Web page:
KZN land claim deadlock

2019-06-18 15:32
FROM LEFT: Eqhudeni area chief Stevenson Sithole, Sithole Tribal Authority spokesperson Phumlani Sithole and Mhlumayo chief Ngqayizivele Sithole say there is no turning back on their 50 000 hectares land claim. PHOTO: CLIVE NDOU

FROM LEFT: Eqhudeni area chief Stevenson Sithole, Sithole Tribal Authority spokesperson Phumlani Sithole and Mhlumayo chief Ngqayizivele Sithole say there is no turning back on their 50 000 hectares land claim. PHOTO: CLIVE NDOU

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Delays in the processing of land claims have plunged more than 300 commercial farmers around Dundee and Ladysmith into deeper financial trouble, with some being forced to abandon their properties.

The farmers’ woes started in 1998 when the local Chief, Ntsikayezwe Winston Sithole — who has since died — lodged a claim on more than 50 000 hectares of agricultural land around Ladysmith, Dundee and other small rural towns stretching from the midlands to northern KwaZulu-Natal.

According to the local farmers’ union, the more than 300 farmers whose properties have been cited in the claim have not been able to either sell their farms or obtain bank loans.

“If you try to sell the first thing a potential buyer asks is whether there is a claim against the farm. The bank does not want to do any business with a farmer whose property has become subject to a claim — we have been in this situation for more 20 years, it’s unbearable,” said Herman de Wet, the chairperson of the union.

When Sithole died in 2000, two other chiefs affiliated to the Kwa-Sithole Tribal Authority, Ngqayizivele Sithole of the Enhlumayo clan in Ladysmith and Stevenson Sithole of Eqhudeni in Nquthu, continued with the claim.

Herman de Wet, the chairperson of the local farmers’ union, says farmers are going out of business because of the massive land claim. 

Over the last 20 years the farmers have had little success in trying to strike a deal with the traditional leaders.

The proposed deal, that would have seen most of the farms falling under the authority of the Sithole chiefs, was an attempt to minimise the colossal financial losses associated with the land claim.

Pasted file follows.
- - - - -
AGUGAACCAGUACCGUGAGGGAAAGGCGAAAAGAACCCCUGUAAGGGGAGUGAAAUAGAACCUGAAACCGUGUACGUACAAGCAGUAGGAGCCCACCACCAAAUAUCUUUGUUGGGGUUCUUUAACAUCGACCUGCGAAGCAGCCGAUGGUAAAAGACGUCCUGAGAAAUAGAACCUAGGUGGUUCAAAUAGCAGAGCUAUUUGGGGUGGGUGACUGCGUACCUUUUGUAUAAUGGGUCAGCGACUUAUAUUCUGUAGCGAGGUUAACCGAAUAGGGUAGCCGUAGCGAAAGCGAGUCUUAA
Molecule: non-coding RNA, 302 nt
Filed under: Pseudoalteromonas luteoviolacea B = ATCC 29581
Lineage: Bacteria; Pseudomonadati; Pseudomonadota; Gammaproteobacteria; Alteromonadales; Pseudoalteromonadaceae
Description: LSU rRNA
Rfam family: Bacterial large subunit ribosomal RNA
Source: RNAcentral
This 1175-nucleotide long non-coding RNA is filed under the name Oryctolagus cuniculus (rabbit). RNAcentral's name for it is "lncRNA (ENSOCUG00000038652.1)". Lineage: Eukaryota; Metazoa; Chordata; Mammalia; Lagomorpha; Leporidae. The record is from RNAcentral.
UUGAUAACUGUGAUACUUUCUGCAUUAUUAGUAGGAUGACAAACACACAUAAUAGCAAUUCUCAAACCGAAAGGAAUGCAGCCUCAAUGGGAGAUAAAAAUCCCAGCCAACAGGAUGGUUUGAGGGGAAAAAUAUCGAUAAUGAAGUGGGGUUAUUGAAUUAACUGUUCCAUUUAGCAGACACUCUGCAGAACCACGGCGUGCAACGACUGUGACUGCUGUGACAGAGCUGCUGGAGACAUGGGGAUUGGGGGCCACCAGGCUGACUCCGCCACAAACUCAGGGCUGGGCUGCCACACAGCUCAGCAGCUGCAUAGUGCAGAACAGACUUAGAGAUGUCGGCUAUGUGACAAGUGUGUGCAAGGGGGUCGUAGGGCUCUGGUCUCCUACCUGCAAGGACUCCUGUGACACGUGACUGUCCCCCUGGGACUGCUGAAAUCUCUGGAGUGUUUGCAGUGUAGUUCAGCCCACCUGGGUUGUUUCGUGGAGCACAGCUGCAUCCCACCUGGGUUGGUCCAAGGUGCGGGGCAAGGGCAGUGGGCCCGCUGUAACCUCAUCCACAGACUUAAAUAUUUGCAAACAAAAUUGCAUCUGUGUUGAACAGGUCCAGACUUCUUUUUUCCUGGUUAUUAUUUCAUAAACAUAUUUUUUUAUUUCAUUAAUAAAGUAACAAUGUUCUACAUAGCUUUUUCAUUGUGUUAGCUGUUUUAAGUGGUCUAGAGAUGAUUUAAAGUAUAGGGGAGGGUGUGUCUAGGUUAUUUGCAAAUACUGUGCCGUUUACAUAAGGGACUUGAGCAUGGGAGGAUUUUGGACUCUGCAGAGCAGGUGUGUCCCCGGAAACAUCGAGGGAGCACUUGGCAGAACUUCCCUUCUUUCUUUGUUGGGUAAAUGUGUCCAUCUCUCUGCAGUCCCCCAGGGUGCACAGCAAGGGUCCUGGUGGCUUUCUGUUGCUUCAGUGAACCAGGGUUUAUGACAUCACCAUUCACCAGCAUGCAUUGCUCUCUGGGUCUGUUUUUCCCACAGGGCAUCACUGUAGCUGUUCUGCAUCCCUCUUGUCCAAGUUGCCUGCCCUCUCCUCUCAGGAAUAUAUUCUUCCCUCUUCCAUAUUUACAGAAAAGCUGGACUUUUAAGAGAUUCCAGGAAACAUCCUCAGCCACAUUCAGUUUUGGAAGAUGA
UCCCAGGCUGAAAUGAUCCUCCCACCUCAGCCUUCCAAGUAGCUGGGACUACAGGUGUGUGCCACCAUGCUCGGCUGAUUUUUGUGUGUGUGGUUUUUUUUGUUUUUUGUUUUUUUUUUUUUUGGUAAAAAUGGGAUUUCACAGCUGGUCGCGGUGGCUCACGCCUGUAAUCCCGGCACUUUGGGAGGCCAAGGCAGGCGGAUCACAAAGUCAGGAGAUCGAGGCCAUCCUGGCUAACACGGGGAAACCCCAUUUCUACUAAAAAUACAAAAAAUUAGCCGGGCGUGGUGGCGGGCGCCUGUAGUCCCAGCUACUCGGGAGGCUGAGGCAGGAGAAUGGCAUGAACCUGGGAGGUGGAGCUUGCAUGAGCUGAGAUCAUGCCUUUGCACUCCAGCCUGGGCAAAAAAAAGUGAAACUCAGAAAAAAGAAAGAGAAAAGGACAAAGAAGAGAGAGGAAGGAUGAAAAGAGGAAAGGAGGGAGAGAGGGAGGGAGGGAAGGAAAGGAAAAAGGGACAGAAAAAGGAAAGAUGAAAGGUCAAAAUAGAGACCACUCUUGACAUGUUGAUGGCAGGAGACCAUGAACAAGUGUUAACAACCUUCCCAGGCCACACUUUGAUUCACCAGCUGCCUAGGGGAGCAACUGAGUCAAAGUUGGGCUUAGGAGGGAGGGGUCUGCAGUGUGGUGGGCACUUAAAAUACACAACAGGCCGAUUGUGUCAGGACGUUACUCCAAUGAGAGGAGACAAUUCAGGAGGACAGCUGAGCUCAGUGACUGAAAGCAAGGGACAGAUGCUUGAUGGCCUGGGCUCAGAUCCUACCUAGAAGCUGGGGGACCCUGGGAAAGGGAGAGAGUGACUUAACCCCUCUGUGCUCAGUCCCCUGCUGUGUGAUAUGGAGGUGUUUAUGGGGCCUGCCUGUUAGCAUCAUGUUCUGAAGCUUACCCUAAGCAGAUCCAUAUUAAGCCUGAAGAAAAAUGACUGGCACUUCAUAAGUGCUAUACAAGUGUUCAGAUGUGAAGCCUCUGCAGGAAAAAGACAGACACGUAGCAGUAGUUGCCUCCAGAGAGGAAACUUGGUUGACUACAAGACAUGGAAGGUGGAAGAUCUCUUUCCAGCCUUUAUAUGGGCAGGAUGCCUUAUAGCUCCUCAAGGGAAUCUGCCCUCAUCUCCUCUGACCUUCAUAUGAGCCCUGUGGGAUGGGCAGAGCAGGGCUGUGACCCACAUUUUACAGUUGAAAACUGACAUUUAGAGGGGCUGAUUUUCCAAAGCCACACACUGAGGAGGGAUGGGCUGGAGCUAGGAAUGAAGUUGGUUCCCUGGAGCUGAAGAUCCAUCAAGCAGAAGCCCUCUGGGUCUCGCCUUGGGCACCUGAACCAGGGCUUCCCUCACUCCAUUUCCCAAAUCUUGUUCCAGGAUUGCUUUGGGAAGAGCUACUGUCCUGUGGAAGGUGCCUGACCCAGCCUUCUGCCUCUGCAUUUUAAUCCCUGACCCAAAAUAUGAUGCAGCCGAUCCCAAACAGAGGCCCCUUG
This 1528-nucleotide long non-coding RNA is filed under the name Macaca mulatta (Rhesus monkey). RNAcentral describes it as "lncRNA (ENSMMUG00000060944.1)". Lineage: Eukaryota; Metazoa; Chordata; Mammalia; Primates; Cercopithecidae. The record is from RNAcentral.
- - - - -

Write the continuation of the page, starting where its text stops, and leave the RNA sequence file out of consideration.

De Wet said the farmers have now run out of options.

“We have tried everything, including engaging officials from the Land Affairs Department. We also engaged the services of a lawyer — that too did not work and in the end we decided to stop the legal process as it was costing the cash-strapped farmers a fortune.

“Our only hope is for the chiefs to withdraw the claim and look at other options that could create a win-win situation,” he said.

However, the traditional leaders are not budging, saying all they wanted was the return of land that was taken away from their forefathers.

Phumlani Sithole, who is the spokesperson of the Kwa-Sithole Tribal Authority, said the chiefs have already made a number of concessions.

“The land that was taken away from the Sithole clan includes towns such as Ladysmith, Dundee and Pomeroy.

“Even though the right thing would have to include these towns in the claim, it was felt that we should respect government’s position that only land taken away after 1913 should be claims.

“The land which we are claiming back is agricultural land that was taken away from us in the 1940s to reward white South Africans who participated in World War 2.

“The Sithole people were actually driven out to make way for the white people. How can it be that when we claim that which is rightfully ours some people turn around and accuse us of inconveniencing them?” he asked.

The Sithole claim was gazetted in 2015, meaning it is now on the verge of being finalised.

On what the chiefs and their subjects were planning to use the more than 50 000 hectares of land for, Sithole said there were consulting various government departments and commercial banks.

“We want the farms to continue being productive, we are currently finalising a business plan. The farms will not be turned into residential areas; we will make them even more productive to create jobs and grow the economy of the area,” he said.

Initially, the Sitholes wanted the claim to be registered under the traditional authority but had to register it under a community trust in compliance with the law.

“We are currently busy compiling a register of all the families that resided on the land that was presided over by the Sithole traditional leaders before the land was taken away. Some of the people are labourers on these very same farms, while others have moved to urban areas,” Sithole said.

Should the Sithole land claim go through, government will have to compensate the current farm owners.

However, should Parliament amend Section 25 of the Constitution, a process currently underway, the government will not be under any obligation to compensate farmers who lose their properties through land claims such as the one lodged by the Sitholes.

The Department of Rural Development and Land Affairs did not respond to e-mail edquestions about delays in processing the Sithole land claim.


• Ladysmith

• Dundee

• Pomeroy

• Dannhauser

• Hattingspruit

• Tugela Ferry


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